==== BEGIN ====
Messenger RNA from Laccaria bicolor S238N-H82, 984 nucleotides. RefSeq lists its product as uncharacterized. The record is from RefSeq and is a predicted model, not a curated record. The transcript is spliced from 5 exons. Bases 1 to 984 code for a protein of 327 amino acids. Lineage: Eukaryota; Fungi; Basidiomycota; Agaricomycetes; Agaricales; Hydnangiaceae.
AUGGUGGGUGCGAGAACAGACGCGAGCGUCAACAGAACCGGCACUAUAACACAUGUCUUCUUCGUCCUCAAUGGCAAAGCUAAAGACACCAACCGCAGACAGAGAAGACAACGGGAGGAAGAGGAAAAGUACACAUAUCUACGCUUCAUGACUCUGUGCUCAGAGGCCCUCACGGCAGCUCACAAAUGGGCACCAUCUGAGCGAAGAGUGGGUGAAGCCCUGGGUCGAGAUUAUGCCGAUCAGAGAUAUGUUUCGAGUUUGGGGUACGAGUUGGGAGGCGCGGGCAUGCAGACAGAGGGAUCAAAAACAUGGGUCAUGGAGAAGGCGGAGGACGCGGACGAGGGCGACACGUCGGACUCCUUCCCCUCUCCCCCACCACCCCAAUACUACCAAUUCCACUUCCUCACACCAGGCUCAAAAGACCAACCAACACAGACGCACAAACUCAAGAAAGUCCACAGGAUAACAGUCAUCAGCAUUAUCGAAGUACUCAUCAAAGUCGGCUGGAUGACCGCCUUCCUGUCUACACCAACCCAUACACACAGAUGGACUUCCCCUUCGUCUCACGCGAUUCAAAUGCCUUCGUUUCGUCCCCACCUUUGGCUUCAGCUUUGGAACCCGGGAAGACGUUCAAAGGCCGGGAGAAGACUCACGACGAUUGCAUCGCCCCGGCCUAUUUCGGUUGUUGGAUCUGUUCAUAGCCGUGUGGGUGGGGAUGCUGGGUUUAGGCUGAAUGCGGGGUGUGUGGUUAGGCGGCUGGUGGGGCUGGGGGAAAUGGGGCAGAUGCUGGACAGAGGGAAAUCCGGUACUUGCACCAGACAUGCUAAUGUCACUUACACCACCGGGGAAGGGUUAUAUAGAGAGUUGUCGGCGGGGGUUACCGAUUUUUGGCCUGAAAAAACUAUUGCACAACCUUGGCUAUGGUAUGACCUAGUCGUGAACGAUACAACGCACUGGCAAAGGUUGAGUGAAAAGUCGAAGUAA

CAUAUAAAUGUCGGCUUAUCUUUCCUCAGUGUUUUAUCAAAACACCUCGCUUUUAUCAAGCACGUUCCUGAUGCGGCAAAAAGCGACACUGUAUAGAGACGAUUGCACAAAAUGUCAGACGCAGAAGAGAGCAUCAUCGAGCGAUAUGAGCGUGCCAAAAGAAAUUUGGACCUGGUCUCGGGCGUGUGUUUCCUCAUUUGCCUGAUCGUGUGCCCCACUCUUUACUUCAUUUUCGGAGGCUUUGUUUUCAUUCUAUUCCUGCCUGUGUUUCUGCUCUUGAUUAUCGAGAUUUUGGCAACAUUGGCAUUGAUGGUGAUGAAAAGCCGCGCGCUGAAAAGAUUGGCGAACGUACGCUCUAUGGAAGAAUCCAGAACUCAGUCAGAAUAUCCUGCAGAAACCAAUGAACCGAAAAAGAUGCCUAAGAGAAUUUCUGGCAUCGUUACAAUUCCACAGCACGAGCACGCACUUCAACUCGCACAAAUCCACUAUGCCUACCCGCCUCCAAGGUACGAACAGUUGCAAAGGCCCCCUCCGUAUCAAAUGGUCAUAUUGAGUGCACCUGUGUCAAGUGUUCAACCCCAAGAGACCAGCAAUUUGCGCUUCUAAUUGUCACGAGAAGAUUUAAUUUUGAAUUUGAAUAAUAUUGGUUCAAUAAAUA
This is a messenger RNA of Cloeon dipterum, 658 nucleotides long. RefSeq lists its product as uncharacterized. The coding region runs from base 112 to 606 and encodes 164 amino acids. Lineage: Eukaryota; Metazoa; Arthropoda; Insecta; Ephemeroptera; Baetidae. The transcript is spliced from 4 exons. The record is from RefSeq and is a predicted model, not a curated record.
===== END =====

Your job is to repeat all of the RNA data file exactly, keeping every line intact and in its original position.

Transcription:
Messenger RNA from Laccaria bicolor S238N-H82, 984 nucleotides. RefSeq lists its product as uncharacterized. The record is from RefSeq and is a predicted model, not a curated record. The transcript is spliced from 5 exons. Bases 1 to 984 code for a protein of 327 amino acids. Lineage: Eukaryota; Fungi; Basidiomycota; Agaricomycetes; Agaricales; Hydnangiaceae.
AUGGUGGGUGCGAGAACAGACGCGAGCGUCAACAGAACCGGCACUAUAACACAUGUCUUCUUCGUCCUCAAUGGCAAAGCUAAAGACACCAACCGCAGACAGAGAAGACAACGGGAGGAAGAGGAAAAGUACACAUAUCUACGCUUCAUGACUCUGUGCUCAGAGGCCCUCACGGCAGCUCACAAAUGGGCACCAUCUGAGCGAAGAGUGGGUGAAGCCCUGGGUCGAGAUUAUGCCGAUCAGAGAUAUGUUUCGAGUUUGGGGUACGAGUUGGGAGGCGCGGGCAUGCAGACAGAGGGAUCAAAAACAUGGGUCAUGGAGAAGGCGGAGGACGCGGACGAGGGCGACACGUCGGACUCCUUCCCCUCUCCCCCACCACCCCAAUACUACCAAUUCCACUUCCUCACACCAGGCUCAAAAGACCAACCAACACAGACGCACAAACUCAAGAAAGUCCACAGGAUAACAGUCAUCAGCAUUAUCGAAGUACUCAUCAAAGUCGGCUGGAUGACCGCCUUCCUGUCUACACCAACCCAUACACACAGAUGGACUUCCCCUUCGUCUCACGCGAUUCAAAUGCCUUCGUUUCGUCCCCACCUUUGGCUUCAGCUUUGGAACCCGGGAAGACGUUCAAAGGCCGGGAGAAGACUCACGACGAUUGCAUCGCCCCGGCCUAUUUCGGUUGUUGGAUCUGUUCAUAGCCGUGUGGGUGGGGAUGCUGGGUUUAGGCUGAAUGCGGGGUGUGUGGUUAGGCGGCUGGUGGGGCUGGGGGAAAUGGGGCAGAUGCUGGACAGAGGGAAAUCCGGUACUUGCACCAGACAUGCUAAUGUCACUUACACCACCGGGGAAGGGUUAUAUAGAGAGUUGUCGGCGGGGGUUACCGAUUUUUGGCCUGAAAAAACUAUUGCACAACCUUGGCUAUGGUAUGACCUAGUCGUGAACGAUACAACGCACUGGCAAAGGUUGAGUGAAAAGUCGAAGUAA

CAUAUAAAUGUCGGCUUAUCUUUCCUCAGUGUUUUAUCAAAACACCUCGCUUUUAUCAAGCACGUUCCUGAUGCGGCAAAAAGCGACACUGUAUAGAGACGAUUGCACAAAAUGUCAGACGCAGAAGAGAGCAUCAUCGAGCGAUAUGAGCGUGCCAAAAGAAAUUUGGACCUGGUCUCGGGCGUGUGUUUCCUCAUUUGCCUGAUCGUGUGCCCCACUCUUUACUUCAUUUUCGGAGGCUUUGUUUUCAUUCUAUUCCUGCCUGUGUUUCUGCUCUUGAUUAUCGAGAUUUUGGCAACAUUGGCAUUGAUGGUGAUGAAAAGCCGCGCGCUGAAAAGAUUGGCGAACGUACGCUCUAUGGAAGAAUCCAGAACUCAGUCAGAAUAUCCUGCAGAAACCAAUGAACCGAAAAAGAUGCCUAAGAGAAUUUCUGGCAUCGUUACAAUUCCACAGCACGAGCACGCACUUCAACUCGCACAAAUCCACUAUGCCUACCCGCCUCCAAGGUACGAACAGUUGCAAAGGCCCCCUCCGUAUCAAAUGGUCAUAUUGAGUGCACCUGUGUCAAGUGUUCAACCCCAAGAGACCAGCAAUUUGCGCUUCUAAUUGUCACGAGAAGAUUUAAUUUUGAAUUUGAAUAAUAUUGGUUCAAUAAAUA
This is a messenger RNA of Cloeon dipterum, 658 nucleotides long. RefSeq lists its product as uncharacterized. The coding region runs from base 112 to 606 and encodes 164 amino acids. Lineage: Eukaryota; Metazoa; Arthropoda; Insecta; Ephemeroptera; Baetidae. The transcript is spliced from 4 exons. The record is from RefSeq and is a predicted model, not a curated record.